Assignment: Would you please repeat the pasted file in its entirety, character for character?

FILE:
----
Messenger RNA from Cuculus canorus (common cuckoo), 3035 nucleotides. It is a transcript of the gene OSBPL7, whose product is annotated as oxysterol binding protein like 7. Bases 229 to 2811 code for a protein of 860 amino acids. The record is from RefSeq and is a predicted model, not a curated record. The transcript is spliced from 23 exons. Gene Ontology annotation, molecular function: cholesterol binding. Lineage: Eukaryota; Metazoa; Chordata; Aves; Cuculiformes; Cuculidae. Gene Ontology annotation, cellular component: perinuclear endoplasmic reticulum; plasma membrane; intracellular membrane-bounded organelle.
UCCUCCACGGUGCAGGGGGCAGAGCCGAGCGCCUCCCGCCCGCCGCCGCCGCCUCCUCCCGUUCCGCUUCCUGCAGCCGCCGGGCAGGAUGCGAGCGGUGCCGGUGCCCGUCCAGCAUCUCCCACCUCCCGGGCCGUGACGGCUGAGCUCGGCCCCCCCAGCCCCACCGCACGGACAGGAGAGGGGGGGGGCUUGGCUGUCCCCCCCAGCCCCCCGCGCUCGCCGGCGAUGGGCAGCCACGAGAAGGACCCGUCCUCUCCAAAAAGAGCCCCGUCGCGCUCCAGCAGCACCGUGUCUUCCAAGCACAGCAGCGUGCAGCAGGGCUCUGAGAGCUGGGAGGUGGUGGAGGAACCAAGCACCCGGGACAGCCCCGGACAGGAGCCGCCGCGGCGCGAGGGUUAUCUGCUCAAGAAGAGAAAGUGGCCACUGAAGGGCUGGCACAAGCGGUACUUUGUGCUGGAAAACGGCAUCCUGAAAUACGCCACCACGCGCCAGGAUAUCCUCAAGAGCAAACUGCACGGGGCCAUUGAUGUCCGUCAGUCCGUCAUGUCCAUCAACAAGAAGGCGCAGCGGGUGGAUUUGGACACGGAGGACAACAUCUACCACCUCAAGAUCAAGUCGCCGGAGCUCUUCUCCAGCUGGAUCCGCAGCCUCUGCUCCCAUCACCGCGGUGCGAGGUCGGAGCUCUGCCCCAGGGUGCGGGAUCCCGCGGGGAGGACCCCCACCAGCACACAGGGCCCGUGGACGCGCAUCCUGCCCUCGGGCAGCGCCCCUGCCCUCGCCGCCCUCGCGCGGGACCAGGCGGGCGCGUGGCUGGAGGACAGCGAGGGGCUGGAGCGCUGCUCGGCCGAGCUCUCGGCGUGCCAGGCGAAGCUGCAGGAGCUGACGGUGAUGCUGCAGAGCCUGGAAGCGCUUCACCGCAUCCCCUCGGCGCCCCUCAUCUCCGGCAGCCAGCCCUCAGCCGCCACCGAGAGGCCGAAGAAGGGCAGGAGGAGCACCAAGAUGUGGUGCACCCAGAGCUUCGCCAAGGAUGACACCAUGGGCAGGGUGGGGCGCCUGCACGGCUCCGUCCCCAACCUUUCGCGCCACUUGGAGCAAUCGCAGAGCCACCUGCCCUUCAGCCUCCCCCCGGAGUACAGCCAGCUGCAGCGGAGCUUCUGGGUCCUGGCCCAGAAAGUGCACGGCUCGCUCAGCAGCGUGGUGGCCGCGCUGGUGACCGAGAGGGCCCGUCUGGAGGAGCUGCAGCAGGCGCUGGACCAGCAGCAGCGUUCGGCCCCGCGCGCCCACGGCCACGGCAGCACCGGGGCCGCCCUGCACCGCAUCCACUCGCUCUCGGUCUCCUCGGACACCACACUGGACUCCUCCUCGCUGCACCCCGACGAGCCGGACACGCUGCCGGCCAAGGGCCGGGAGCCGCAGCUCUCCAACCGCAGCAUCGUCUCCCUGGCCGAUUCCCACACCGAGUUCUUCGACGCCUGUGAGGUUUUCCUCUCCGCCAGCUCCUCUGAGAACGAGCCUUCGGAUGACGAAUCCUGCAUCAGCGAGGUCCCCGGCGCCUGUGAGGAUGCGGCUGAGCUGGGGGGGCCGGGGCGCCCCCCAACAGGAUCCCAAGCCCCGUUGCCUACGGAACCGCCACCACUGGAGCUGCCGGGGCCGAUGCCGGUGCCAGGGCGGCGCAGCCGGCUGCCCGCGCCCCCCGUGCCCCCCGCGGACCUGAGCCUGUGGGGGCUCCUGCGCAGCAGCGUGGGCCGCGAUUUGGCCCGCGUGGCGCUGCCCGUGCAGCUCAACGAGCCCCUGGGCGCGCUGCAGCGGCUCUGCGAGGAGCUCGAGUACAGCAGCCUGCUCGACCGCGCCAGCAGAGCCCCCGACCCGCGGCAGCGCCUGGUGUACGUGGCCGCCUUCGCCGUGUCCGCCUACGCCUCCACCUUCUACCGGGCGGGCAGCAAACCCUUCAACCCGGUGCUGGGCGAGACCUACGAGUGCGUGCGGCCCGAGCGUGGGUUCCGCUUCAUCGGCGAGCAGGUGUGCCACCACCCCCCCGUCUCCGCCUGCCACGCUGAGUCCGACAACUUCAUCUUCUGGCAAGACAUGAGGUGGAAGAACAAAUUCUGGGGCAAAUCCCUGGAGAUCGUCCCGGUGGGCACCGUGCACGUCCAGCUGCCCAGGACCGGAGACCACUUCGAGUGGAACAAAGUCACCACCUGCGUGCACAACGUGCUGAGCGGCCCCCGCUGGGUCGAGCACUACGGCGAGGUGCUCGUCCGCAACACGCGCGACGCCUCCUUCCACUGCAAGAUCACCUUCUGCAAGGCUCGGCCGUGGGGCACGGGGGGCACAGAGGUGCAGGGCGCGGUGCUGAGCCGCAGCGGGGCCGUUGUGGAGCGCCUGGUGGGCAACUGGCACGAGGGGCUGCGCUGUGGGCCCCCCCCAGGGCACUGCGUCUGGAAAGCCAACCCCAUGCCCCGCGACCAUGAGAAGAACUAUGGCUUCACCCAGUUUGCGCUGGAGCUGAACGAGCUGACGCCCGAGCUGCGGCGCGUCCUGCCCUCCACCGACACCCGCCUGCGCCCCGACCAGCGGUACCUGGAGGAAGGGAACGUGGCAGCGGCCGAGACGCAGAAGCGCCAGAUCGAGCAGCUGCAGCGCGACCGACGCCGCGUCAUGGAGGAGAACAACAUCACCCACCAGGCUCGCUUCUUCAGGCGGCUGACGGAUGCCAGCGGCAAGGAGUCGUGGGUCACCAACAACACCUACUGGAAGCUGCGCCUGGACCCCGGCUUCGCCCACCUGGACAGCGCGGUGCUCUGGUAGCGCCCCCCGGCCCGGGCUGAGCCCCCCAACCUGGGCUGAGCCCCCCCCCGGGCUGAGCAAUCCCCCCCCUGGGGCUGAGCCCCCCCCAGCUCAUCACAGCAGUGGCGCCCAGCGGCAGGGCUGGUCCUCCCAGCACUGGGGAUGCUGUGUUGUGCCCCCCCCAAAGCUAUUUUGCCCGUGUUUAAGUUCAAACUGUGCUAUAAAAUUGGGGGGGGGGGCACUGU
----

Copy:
Messenger RNA from Cuculus canorus (common cuckoo), 3035 nucleotides. It is a transcript of the gene OSBPL7, whose product is annotated as oxysterol binding protein like 7. Bases 229 to 2811 code for a protein of 860 amino acids. The record is from RefSeq and is a predicted model, not a curated record. The transcript is spliced from 23 exons. Gene Ontology annotation, molecular function: cholesterol binding. Lineage: Eukaryota; Metazoa; Chordata; Aves; Cuculiformes; Cuculidae. Gene Ontology annotation, cellular component: perinuclear endoplasmic reticulum; plasma membrane; intracellular membrane-bounded organelle.
UCCUCCACGGUGCAGGGGGCAGAGCCGAGCGCCUCCCGCCCGCCGCCGCCGCCUCCUCCCGUUCCGCUUCCUGCAGCCGCCGGGCAGGAUGCGAGCGGUGCCGGUGCCCGUCCAGCAUCUCCCACCUCCCGGGCCGUGACGGCUGAGCUCGGCCCCCCCAGCCCCACCGCACGGACAGGAGAGGGGGGGGGCUUGGCUGUCCCCCCCAGCCCCCCGCGCUCGCCGGCGAUGGGCAGCCACGAGAAGGACCCGUCCUCUCCAAAAAGAGCCCCGUCGCGCUCCAGCAGCACCGUGUCUUCCAAGCACAGCAGCGUGCAGCAGGGCUCUGAGAGCUGGGAGGUGGUGGAGGAACCAAGCACCCGGGACAGCCCCGGACAGGAGCCGCCGCGGCGCGAGGGUUAUCUGCUCAAGAAGAGAAAGUGGCCACUGAAGGGCUGGCACAAGCGGUACUUUGUGCUGGAAAACGGCAUCCUGAAAUACGCCACCACGCGCCAGGAUAUCCUCAAGAGCAAACUGCACGGGGCCAUUGAUGUCCGUCAGUCCGUCAUGUCCAUCAACAAGAAGGCGCAGCGGGUGGAUUUGGACACGGAGGACAACAUCUACCACCUCAAGAUCAAGUCGCCGGAGCUCUUCUCCAGCUGGAUCCGCAGCCUCUGCUCCCAUCACCGCGGUGCGAGGUCGGAGCUCUGCCCCAGGGUGCGGGAUCCCGCGGGGAGGACCCCCACCAGCACACAGGGCCCGUGGACGCGCAUCCUGCCCUCGGGCAGCGCCCCUGCCCUCGCCGCCCUCGCGCGGGACCAGGCGGGCGCGUGGCUGGAGGACAGCGAGGGGCUGGAGCGCUGCUCGGCCGAGCUCUCGGCGUGCCAGGCGAAGCUGCAGGAGCUGACGGUGAUGCUGCAGAGCCUGGAAGCGCUUCACCGCAUCCCCUCGGCGCCCCUCAUCUCCGGCAGCCAGCCCUCAGCCGCCACCGAGAGGCCGAAGAAGGGCAGGAGGAGCACCAAGAUGUGGUGCACCCAGAGCUUCGCCAAGGAUGACACCAUGGGCAGGGUGGGGCGCCUGCACGGCUCCGUCCCCAACCUUUCGCGCCACUUGGAGCAAUCGCAGAGCCACCUGCCCUUCAGCCUCCCCCCGGAGUACAGCCAGCUGCAGCGGAGCUUCUGGGUCCUGGCCCAGAAAGUGCACGGCUCGCUCAGCAGCGUGGUGGCCGCGCUGGUGACCGAGAGGGCCCGUCUGGAGGAGCUGCAGCAGGCGCUGGACCAGCAGCAGCGUUCGGCCCCGCGCGCCCACGGCCACGGCAGCACCGGGGCCGCCCUGCACCGCAUCCACUCGCUCUCGGUCUCCUCGGACACCACACUGGACUCCUCCUCGCUGCACCCCGACGAGCCGGACACGCUGCCGGCCAAGGGCCGGGAGCCGCAGCUCUCCAACCGCAGCAUCGUCUCCCUGGCCGAUUCCCACACCGAGUUCUUCGACGCCUGUGAGGUUUUCCUCUCCGCCAGCUCCUCUGAGAACGAGCCUUCGGAUGACGAAUCCUGCAUCAGCGAGGUCCCCGGCGCCUGUGAGGAUGCGGCUGAGCUGGGGGGGCCGGGGCGCCCCCCAACAGGAUCCCAAGCCCCGUUGCCUACGGAACCGCCACCACUGGAGCUGCCGGGGCCGAUGCCGGUGCCAGGGCGGCGCAGCCGGCUGCCCGCGCCCCCCGUGCCCCCCGCGGACCUGAGCCUGUGGGGGCUCCUGCGCAGCAGCGUGGGCCGCGAUUUGGCCCGCGUGGCGCUGCCCGUGCAGCUCAACGAGCCCCUGGGCGCGCUGCAGCGGCUCUGCGAGGAGCUCGAGUACAGCAGCCUGCUCGACCGCGCCAGCAGAGCCCCCGACCCGCGGCAGCGCCUGGUGUACGUGGCCGCCUUCGCCGUGUCCGCCUACGCCUCCACCUUCUACCGGGCGGGCAGCAAACCCUUCAACCCGGUGCUGGGCGAGACCUACGAGUGCGUGCGGCCCGAGCGUGGGUUCCGCUUCAUCGGCGAGCAGGUGUGCCACCACCCCCCCGUCUCCGCCUGCCACGCUGAGUCCGACAACUUCAUCUUCUGGCAAGACAUGAGGUGGAAGAACAAAUUCUGGGGCAAAUCCCUGGAGAUCGUCCCGGUGGGCACCGUGCACGUCCAGCUGCCCAGGACCGGAGACCACUUCGAGUGGAACAAAGUCACCACCUGCGUGCACAACGUGCUGAGCGGCCCCCGCUGGGUCGAGCACUACGGCGAGGUGCUCGUCCGCAACACGCGCGACGCCUCCUUCCACUGCAAGAUCACCUUCUGCAAGGCUCGGCCGUGGGGCACGGGGGGCACAGAGGUGCAGGGCGCGGUGCUGAGCCGCAGCGGGGCCGUUGUGGAGCGCCUGGUGGGCAACUGGCACGAGGGGCUGCGCUGUGGGCCCCCCCCAGGGCACUGCGUCUGGAAAGCCAACCCCAUGCCCCGCGACCAUGAGAAGAACUAUGGCUUCACCCAGUUUGCGCUGGAGCUGAACGAGCUGACGCCCGAGCUGCGGCGCGUCCUGCCCUCCACCGACACCCGCCUGCGCCCCGACCAGCGGUACCUGGAGGAAGGGAACGUGGCAGCGGCCGAGACGCAGAAGCGCCAGAUCGAGCAGCUGCAGCGCGACCGACGCCGCGUCAUGGAGGAGAACAACAUCACCCACCAGGCUCGCUUCUUCAGGCGGCUGACGGAUGCCAGCGGCAAGGAGUCGUGGGUCACCAACAACACCUACUGGAAGCUGCGCCUGGACCCCGGCUUCGCCCACCUGGACAGCGCGGUGCUCUGGUAGCGCCCCCCGGCCCGGGCUGAGCCCCCCAACCUGGGCUGAGCCCCCCCCCGGGCUGAGCAAUCCCCCCCCUGGGGCUGAGCCCCCCCCAGCUCAUCACAGCAGUGGCGCCCAGCGGCAGGGCUGGUCCUCCCAGCACUGGGGAUGCUGUGUUGUGCCCCCCCCAAAGCUAUUUUGCCCGUGUUUAAGUUCAAACUGUGCUAUAAAAUUGGGGGGGGGGGCACUGU